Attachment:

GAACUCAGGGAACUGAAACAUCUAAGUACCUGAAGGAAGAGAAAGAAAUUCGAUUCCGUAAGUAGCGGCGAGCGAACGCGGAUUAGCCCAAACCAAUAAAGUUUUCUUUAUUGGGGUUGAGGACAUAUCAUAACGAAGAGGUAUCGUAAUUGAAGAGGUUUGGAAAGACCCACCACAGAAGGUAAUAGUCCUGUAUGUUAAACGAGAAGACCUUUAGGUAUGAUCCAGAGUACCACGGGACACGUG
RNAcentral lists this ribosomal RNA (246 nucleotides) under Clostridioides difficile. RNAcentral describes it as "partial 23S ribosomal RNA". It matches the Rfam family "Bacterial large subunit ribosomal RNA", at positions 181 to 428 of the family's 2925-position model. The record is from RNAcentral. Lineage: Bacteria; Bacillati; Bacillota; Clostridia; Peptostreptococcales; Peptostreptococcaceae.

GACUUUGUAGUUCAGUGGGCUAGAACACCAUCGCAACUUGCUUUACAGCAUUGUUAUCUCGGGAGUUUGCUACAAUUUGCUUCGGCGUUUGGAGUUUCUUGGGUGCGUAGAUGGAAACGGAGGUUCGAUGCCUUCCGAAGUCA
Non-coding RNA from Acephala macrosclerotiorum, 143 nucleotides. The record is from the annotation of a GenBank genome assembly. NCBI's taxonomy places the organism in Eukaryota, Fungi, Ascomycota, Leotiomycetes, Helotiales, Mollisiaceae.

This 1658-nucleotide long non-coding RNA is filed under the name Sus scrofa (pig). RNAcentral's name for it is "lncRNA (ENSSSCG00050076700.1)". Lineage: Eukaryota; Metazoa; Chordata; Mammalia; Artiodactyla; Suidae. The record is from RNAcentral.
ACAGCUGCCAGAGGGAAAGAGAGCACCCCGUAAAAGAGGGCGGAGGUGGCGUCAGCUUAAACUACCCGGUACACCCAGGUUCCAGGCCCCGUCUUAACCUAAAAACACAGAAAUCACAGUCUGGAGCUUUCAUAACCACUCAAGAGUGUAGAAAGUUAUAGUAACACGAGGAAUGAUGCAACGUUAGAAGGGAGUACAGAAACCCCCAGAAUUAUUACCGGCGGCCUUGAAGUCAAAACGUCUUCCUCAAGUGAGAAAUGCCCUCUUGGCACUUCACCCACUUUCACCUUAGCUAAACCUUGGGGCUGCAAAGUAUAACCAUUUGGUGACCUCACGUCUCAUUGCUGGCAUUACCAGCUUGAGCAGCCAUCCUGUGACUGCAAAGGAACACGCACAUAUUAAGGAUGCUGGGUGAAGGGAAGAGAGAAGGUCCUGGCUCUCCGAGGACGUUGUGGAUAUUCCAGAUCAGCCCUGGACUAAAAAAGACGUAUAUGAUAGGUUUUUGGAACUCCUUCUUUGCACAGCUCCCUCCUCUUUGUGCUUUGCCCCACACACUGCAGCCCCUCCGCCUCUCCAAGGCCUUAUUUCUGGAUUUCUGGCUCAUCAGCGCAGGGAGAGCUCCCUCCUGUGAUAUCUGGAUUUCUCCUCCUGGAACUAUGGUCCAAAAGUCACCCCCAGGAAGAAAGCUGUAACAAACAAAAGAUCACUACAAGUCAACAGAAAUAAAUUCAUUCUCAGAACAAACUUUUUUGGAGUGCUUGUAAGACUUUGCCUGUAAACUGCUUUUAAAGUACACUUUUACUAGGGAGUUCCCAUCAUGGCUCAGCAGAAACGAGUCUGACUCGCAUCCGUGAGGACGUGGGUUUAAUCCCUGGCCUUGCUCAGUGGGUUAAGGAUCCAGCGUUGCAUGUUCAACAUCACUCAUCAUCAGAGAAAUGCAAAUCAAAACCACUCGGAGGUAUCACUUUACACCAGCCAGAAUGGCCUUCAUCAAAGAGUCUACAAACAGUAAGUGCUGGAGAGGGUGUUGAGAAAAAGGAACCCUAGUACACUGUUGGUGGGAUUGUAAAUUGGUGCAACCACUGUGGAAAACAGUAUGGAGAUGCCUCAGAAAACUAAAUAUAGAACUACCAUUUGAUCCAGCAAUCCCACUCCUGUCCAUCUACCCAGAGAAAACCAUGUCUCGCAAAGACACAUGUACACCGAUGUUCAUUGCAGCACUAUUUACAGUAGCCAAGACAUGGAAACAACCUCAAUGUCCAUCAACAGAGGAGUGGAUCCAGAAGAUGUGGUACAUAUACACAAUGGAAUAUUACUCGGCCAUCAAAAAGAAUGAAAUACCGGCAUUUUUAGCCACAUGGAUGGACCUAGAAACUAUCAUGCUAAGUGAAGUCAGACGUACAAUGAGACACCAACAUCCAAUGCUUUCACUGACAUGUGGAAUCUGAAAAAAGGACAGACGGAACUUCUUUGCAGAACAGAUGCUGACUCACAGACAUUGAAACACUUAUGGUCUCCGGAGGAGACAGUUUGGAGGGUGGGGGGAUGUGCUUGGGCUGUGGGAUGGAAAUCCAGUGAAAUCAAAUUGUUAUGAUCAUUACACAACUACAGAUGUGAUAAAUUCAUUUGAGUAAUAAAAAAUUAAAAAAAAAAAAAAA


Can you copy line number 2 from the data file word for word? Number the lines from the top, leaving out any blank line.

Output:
RNAcentral lists this ribosomal RNA (246 nucleotides) under Clostridioides difficile. RNAcentral describes it as "partial 23S ribosomal RNA". It matches the Rfam family "Bacterial large subunit ribosomal RNA", at positions 181 to 428 of the family's 2925-position model. The record is from RNAcentral. Lineage: Bacteria; Bacillati; Bacillota; Clostridia; Peptostreptococcales; Peptostreptococcaceae.